An oil boom launched by â€œfrackingâ€ has led energy leaders to take a second look at harnessing the potential of oil shale, a fossil fuel that energy firms largely abandoned the hope of harnessing in the 1980s.
No commercially viable method of producing oil shale exists, but American Petroleum Institute CEO Jack Gerard turned heads earlier this month when he predicted a game-changing technological breakthrough could allow the use of oil shale.
Gerardâ€™s remarks caught many by surprise as doubts abound on oil shaleâ€™s future.
â€œTo date, what weâ€™ve seen is 100 years of promises and taxpayer funds for projects that have all gone belly up,â€ said Ellynne Bannon, a spokeswoman with spending watchdog group Checks and Balances Project.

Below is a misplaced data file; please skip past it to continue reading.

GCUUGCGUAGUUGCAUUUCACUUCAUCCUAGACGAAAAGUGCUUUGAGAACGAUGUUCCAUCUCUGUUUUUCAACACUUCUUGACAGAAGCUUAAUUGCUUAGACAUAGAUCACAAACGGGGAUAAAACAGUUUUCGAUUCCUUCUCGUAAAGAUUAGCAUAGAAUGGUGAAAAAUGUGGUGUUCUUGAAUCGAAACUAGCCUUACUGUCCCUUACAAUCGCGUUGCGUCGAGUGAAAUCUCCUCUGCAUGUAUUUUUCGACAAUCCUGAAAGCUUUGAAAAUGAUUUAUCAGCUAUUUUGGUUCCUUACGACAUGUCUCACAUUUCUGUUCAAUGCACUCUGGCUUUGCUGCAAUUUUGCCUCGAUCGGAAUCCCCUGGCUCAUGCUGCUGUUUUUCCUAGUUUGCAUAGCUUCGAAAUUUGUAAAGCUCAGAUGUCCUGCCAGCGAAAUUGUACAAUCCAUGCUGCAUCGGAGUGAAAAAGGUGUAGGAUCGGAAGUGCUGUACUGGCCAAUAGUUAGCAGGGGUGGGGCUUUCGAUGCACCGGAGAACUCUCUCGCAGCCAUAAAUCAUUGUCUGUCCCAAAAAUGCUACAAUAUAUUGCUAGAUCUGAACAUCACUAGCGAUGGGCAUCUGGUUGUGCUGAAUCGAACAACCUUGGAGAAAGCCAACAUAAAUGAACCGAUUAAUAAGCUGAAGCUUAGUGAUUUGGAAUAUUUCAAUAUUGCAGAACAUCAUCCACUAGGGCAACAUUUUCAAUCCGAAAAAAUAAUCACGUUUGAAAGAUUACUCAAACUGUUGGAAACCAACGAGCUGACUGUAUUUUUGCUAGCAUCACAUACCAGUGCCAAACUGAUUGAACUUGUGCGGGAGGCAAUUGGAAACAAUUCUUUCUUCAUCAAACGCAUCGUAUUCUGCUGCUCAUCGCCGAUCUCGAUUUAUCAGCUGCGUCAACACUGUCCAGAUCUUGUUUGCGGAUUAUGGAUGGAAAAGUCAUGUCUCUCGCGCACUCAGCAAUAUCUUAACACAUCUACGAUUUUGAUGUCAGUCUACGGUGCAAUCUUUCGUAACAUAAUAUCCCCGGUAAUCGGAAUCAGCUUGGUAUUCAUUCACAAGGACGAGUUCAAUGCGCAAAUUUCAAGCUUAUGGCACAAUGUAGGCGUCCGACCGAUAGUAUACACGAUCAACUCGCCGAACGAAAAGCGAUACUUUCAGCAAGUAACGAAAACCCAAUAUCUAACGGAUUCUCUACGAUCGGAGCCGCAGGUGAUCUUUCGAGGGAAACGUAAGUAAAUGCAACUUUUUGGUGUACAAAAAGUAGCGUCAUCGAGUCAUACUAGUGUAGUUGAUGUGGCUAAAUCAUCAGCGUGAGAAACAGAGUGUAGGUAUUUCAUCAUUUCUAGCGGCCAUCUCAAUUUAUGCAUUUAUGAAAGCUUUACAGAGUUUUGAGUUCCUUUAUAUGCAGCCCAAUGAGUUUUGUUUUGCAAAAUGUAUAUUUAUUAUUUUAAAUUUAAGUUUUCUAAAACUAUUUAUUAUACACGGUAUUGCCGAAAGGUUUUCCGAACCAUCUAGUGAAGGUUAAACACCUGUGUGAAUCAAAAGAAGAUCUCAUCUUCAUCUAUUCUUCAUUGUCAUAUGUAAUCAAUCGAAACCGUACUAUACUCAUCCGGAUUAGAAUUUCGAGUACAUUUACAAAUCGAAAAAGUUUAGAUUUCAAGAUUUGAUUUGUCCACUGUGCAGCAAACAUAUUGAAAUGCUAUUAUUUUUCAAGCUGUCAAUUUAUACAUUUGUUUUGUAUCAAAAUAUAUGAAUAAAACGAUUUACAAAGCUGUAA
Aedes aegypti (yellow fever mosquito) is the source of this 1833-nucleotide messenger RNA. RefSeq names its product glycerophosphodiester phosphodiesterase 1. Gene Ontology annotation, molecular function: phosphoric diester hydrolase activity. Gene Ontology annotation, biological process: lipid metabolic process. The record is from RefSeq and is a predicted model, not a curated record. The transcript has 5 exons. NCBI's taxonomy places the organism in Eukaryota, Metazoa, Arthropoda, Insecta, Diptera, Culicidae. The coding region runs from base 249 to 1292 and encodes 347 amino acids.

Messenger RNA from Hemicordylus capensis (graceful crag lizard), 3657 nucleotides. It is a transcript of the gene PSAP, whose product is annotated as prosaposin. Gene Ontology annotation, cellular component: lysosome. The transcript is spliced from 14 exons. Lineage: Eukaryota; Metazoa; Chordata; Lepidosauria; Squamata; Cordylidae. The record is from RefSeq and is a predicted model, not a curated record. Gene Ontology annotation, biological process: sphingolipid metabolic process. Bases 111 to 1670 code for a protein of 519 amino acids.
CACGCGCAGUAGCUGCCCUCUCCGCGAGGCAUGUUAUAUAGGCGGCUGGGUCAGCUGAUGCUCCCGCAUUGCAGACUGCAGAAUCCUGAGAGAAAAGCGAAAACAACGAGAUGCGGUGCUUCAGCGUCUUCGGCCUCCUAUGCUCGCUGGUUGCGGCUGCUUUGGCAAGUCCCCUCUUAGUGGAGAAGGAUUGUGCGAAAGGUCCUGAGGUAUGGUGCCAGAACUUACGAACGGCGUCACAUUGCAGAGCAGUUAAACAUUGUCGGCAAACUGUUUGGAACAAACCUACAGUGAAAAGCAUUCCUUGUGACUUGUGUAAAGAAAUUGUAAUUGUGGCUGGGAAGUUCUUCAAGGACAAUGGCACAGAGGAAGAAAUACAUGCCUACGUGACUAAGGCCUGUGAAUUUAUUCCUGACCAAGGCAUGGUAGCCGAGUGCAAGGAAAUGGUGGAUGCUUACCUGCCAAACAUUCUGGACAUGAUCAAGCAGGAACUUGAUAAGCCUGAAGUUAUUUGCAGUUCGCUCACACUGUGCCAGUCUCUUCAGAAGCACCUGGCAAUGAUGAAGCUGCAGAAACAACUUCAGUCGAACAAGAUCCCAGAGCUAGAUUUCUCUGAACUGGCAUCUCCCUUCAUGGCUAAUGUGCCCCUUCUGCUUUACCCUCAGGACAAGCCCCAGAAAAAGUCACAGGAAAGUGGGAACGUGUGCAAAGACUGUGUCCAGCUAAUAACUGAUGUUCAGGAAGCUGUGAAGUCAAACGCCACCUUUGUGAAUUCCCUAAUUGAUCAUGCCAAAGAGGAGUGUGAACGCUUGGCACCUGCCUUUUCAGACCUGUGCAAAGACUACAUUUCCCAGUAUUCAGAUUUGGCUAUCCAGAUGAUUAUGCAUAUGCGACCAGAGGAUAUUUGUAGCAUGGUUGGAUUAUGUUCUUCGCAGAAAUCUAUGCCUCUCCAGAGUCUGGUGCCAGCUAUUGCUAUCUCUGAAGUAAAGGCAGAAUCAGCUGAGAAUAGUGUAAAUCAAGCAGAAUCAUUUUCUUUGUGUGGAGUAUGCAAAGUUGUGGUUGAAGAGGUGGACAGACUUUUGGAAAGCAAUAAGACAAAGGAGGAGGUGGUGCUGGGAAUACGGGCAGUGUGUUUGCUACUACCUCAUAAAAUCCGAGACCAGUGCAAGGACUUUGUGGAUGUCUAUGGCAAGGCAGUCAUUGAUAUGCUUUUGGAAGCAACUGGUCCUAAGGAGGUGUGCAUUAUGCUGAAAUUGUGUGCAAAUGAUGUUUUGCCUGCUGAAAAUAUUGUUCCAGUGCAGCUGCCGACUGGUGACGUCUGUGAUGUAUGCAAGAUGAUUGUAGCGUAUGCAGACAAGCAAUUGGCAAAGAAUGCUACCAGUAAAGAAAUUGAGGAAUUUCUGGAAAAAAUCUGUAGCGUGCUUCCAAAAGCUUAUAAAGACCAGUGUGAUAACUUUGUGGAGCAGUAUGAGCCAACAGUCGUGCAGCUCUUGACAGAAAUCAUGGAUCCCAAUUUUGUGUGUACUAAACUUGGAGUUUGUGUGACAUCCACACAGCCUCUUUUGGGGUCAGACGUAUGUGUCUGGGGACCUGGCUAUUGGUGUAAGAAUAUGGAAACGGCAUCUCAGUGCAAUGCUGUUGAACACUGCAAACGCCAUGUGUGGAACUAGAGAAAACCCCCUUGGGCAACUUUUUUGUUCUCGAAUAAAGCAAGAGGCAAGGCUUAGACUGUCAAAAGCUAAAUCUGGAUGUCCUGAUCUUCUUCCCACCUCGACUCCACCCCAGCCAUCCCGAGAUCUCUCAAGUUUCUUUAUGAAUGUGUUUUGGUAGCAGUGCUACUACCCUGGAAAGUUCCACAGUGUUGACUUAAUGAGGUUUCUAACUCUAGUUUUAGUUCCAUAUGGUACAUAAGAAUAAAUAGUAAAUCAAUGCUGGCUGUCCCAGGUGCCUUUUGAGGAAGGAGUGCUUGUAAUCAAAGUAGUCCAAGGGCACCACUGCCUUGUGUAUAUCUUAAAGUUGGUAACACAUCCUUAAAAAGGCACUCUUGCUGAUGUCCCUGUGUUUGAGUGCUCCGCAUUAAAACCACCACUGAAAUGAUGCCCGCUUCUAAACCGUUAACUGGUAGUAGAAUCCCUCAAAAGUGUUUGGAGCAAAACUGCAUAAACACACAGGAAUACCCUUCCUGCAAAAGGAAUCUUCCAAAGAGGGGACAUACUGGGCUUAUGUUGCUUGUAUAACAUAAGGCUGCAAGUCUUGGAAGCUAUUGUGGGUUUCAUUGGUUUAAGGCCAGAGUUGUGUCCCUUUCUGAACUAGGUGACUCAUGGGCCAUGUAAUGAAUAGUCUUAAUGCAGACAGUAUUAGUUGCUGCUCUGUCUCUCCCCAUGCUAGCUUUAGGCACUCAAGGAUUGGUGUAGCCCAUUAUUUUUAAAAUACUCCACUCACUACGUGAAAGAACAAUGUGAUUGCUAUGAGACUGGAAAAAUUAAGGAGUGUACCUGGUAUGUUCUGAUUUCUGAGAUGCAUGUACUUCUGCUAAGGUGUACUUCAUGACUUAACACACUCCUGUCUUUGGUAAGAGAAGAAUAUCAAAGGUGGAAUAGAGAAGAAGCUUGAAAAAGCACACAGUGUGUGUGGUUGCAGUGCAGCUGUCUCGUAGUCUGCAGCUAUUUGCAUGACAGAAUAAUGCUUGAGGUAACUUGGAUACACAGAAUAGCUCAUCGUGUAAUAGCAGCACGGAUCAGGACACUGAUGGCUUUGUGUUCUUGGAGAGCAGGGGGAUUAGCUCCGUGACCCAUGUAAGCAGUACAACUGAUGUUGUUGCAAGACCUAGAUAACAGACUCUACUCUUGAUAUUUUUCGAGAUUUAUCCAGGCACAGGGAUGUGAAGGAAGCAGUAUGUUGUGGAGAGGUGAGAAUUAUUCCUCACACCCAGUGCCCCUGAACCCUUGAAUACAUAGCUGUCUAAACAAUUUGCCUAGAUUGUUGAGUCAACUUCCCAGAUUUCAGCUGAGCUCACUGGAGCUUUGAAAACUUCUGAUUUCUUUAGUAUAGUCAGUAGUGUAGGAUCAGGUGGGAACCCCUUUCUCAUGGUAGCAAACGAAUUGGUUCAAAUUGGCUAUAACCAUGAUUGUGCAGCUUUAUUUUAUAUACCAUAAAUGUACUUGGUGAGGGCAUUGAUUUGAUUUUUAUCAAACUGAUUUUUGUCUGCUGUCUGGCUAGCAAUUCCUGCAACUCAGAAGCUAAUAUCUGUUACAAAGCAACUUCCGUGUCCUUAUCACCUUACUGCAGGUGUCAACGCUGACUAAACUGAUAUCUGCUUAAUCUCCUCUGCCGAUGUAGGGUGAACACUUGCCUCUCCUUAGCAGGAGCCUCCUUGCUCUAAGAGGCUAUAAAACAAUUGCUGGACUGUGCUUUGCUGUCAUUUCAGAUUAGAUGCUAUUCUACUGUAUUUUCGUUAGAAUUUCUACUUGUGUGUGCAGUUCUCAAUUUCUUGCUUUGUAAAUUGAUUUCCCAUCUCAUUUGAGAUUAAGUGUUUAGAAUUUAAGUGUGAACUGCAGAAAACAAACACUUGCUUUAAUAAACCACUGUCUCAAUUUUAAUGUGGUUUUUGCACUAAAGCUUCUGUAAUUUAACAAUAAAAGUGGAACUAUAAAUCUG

Environmentalists abhor the prospect of trying to harness oil shale, which would involve extracting oil that is contained in rocks. Extraction methods so far use a considerable amount of fossil fuels and water, which is scarce in the West.
Yet before fracking â€” which injects a high-pressure mixture of water, sand and chemicals into tight rock formations to capture oil hidden under the rocks â€”many had thought accessing the oil and gas buried deep underground was too expensive.
Now â€” largely because of fracking â€” the U.S. is now projected to overtake Saudi Arabia to become the number one oil producer in the world by 2020.
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